But please let these things not lead us to complacency or self-contentment. Contrary to common talk, we are young but we are not youths anymore.
As young adult men it is our duty to lead. Our time, our moment of redefinition, of self-definition is now.
Please don’t be content when an older person tells us, “It’s good to see a young person like you doing what you’re doing.” Accept the compliment but don’t bask in it. What are we supposed to be doing? Raise the level of expectations for yourself. Raise the bar. Make those comments become few; so few that people chastise you for not doing what you’re supposed to be doing at your age. Remember outside of these gates we’re not considered so young. We have wives, girlfriends, and children. Think beyond these gates!
Please brothers, men, let’s take these GEDs. Let’s take these apprenticeships that are offered here! Let’s take all we can from our greatest resources—our human resources. Those like El-Sun, Rob, Cory, me. Use us, use me. If you know anything of me you know that I will do all I can to help you find information. Use me (but don’t think that you can manipulate me).
Please stop holding back those of us that are doing all we can to improve ourselves. So many of us are proud of people like Mandela, Malcolm, Marin, Garvey, Serena, Venus, Russell Simmons, and Will Smith; yet have difficulty feeling positive about the accomplishments of a peer or friend. Why? Don’t playa hate, playa congratulate!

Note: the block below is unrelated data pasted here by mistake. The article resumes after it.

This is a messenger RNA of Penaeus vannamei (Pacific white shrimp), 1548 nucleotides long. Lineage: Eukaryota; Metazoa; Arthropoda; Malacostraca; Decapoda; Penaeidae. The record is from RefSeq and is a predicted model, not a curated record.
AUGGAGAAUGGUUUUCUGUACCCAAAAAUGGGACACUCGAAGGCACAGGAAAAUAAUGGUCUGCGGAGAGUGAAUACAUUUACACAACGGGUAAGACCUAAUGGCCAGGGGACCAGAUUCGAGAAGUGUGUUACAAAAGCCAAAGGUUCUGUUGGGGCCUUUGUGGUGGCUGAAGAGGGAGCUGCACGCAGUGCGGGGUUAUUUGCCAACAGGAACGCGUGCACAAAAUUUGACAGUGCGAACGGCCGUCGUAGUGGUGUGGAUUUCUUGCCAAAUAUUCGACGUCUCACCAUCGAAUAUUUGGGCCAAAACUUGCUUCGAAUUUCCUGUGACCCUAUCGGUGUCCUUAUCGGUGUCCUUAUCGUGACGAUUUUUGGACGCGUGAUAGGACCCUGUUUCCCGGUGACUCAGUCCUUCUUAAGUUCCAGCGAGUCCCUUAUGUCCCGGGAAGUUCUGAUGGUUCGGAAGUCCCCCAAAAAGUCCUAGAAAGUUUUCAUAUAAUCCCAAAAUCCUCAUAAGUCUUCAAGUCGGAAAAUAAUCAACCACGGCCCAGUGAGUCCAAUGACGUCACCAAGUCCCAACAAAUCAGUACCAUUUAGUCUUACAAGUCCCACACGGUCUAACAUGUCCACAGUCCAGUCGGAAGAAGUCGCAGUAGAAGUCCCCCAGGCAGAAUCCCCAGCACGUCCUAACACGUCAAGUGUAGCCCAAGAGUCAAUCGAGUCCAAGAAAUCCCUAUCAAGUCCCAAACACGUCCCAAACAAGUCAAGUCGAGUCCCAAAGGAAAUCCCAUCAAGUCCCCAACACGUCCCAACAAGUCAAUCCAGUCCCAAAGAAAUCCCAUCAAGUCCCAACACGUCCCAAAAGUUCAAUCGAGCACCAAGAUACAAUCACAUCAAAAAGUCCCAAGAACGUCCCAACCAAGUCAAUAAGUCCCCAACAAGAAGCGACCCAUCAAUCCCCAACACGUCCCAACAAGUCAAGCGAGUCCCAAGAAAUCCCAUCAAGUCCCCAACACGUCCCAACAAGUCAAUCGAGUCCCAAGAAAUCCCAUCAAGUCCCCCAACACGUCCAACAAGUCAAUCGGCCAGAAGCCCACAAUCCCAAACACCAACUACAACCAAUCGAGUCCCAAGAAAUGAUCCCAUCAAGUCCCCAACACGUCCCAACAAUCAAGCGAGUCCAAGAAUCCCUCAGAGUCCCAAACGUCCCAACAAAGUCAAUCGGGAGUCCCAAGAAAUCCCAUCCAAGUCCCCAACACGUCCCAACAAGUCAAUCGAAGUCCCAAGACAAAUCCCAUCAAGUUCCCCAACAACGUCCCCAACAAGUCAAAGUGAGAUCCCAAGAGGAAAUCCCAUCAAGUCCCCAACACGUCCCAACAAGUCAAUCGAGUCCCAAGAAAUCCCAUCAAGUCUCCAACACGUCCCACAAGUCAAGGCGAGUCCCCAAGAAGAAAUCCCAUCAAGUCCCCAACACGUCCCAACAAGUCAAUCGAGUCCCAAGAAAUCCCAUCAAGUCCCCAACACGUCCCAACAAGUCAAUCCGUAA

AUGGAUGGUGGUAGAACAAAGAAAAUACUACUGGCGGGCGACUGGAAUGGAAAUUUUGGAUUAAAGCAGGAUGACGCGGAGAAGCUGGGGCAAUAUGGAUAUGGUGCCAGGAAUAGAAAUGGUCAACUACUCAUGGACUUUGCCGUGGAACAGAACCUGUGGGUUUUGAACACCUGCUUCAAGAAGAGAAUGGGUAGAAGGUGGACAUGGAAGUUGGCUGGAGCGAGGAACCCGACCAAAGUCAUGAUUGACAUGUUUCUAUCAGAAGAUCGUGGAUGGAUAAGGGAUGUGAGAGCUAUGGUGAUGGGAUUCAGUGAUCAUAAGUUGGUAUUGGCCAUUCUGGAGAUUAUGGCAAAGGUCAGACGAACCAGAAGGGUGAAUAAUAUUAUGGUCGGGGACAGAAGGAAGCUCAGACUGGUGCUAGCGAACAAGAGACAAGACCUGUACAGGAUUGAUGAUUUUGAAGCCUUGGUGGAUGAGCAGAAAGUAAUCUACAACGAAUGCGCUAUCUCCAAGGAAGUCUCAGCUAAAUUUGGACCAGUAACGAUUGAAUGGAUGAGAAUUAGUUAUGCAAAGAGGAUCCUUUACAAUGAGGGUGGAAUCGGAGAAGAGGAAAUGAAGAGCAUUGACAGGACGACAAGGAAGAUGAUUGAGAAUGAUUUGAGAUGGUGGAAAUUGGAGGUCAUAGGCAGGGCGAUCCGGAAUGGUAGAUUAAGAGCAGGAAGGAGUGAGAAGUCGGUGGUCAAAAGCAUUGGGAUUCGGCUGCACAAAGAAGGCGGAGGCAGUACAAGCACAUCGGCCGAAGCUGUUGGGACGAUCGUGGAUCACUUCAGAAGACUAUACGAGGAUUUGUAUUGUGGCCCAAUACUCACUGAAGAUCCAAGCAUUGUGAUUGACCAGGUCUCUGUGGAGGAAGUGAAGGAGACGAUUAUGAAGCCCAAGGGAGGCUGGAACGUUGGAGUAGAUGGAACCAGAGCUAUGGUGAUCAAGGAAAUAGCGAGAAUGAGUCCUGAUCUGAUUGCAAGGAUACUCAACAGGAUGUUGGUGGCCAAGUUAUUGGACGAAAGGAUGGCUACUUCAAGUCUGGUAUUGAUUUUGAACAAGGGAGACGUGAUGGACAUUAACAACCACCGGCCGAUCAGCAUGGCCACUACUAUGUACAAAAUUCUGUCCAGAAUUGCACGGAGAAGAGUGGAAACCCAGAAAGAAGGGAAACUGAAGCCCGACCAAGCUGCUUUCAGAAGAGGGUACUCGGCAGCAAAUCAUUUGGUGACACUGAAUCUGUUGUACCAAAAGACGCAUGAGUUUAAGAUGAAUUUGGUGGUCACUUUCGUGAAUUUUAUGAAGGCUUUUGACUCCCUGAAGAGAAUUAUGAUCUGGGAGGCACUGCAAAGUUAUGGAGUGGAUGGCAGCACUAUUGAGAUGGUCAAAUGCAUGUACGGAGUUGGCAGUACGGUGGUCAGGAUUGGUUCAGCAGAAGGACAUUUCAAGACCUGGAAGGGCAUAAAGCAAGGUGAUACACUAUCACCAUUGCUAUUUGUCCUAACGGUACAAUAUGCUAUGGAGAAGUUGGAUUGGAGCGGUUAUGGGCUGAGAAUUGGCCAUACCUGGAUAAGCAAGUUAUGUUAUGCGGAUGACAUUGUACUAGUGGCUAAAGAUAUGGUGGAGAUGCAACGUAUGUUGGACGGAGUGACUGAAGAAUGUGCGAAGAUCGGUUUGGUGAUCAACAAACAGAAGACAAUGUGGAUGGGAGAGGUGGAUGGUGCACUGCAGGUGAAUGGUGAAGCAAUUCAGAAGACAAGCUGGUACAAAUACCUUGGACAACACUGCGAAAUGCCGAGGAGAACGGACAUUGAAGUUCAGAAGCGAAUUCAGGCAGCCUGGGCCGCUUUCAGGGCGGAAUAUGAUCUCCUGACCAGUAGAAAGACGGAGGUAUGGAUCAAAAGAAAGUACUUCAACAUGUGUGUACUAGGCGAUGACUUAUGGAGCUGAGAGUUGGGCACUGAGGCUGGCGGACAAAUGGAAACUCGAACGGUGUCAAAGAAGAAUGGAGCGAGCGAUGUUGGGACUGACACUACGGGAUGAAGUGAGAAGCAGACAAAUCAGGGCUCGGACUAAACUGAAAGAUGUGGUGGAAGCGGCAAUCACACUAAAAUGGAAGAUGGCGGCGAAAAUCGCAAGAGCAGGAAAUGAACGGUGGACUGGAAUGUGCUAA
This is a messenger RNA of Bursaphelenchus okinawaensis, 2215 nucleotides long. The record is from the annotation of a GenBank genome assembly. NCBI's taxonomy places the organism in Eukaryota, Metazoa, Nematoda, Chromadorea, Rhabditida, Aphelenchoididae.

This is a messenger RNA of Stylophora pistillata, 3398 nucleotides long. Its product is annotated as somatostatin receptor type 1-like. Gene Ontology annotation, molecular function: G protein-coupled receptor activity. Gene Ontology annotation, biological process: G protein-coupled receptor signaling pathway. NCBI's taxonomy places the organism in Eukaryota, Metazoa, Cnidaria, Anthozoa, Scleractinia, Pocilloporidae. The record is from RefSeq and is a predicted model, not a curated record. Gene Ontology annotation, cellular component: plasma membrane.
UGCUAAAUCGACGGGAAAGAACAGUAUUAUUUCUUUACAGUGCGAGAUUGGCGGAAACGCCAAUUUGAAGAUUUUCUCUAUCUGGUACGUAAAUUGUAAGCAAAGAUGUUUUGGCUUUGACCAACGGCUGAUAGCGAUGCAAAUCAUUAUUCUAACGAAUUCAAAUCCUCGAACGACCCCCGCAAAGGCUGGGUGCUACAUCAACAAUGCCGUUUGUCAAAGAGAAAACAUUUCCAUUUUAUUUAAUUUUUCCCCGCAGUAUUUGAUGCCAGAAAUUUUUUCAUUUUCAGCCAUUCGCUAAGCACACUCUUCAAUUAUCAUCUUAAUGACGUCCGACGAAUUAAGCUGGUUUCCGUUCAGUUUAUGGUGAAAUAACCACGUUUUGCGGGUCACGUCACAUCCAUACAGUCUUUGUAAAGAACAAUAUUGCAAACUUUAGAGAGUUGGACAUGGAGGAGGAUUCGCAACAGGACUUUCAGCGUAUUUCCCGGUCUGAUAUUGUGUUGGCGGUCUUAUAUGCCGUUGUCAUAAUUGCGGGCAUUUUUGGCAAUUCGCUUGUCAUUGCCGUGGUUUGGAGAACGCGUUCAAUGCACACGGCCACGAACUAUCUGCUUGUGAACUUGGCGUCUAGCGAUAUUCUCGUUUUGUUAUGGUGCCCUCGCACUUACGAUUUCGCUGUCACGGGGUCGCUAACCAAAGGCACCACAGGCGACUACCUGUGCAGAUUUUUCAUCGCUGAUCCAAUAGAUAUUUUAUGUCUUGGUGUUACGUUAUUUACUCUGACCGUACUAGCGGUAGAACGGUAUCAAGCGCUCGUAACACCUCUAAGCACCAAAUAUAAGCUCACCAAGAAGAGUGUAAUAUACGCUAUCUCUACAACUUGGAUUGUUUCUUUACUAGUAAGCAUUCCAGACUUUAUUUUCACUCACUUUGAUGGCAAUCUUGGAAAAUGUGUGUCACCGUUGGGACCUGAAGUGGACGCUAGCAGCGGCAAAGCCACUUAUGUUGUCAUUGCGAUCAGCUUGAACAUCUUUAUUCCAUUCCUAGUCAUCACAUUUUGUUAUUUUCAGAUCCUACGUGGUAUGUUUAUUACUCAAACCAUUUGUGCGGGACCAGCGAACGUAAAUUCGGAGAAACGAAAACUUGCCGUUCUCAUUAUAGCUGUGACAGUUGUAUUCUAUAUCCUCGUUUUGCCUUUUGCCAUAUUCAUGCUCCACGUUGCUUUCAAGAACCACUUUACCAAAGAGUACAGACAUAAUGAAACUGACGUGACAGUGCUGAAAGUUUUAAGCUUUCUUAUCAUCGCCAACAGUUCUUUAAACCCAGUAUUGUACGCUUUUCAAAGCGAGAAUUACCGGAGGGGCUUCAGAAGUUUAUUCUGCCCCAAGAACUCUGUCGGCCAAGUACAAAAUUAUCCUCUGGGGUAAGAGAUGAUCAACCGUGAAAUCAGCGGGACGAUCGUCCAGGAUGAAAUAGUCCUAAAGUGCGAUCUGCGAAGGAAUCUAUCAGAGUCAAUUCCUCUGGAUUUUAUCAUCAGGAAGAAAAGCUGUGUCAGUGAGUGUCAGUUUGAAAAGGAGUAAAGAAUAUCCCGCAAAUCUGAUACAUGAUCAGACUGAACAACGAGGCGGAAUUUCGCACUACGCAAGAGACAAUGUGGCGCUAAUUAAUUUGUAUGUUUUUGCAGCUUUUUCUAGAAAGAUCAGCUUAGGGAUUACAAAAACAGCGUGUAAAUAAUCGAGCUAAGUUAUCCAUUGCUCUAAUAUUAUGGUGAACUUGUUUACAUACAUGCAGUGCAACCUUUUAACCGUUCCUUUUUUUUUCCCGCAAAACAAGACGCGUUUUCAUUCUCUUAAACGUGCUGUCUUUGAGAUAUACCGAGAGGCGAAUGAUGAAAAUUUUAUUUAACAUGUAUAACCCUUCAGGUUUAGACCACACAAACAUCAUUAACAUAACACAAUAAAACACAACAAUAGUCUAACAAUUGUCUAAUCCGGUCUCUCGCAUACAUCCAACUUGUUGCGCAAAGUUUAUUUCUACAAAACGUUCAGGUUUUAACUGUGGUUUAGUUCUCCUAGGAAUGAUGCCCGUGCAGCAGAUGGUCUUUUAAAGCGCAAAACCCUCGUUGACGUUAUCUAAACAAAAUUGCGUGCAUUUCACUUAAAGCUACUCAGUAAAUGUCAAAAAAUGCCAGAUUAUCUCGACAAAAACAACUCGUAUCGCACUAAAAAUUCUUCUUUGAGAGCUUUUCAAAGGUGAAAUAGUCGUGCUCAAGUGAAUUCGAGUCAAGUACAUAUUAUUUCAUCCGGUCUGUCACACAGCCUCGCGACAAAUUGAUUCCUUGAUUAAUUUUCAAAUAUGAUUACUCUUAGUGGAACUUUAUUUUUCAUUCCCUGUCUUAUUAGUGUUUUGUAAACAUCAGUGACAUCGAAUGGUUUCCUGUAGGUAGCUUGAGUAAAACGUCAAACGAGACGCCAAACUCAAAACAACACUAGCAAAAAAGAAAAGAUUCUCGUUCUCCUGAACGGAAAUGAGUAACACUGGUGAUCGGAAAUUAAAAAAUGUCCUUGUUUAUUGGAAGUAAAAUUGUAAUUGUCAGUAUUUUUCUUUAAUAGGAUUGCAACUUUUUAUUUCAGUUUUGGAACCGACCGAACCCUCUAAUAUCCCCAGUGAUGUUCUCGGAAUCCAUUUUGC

Men, please work on filling your utility belts. I’m a fan of Batman movies. Around his waist he always wore what… a utility belt. In that belt included gadgets that could get him into and out of any situation. While we’re here in state greens are we taking out the opportune time to fill up our utility belts with employable and sociable skills?
Taking advantage of every program here—voluntary and involuntary?
Taking advantage of this time to change our ways of thinking?
Challenging our counselors to assist us with our re-entry?
Associating with people who will empower us and not stagnate or denigrate us?
Men, how we view ourselves, our measure of self-value and esteem is essential to the process of defining ourselves…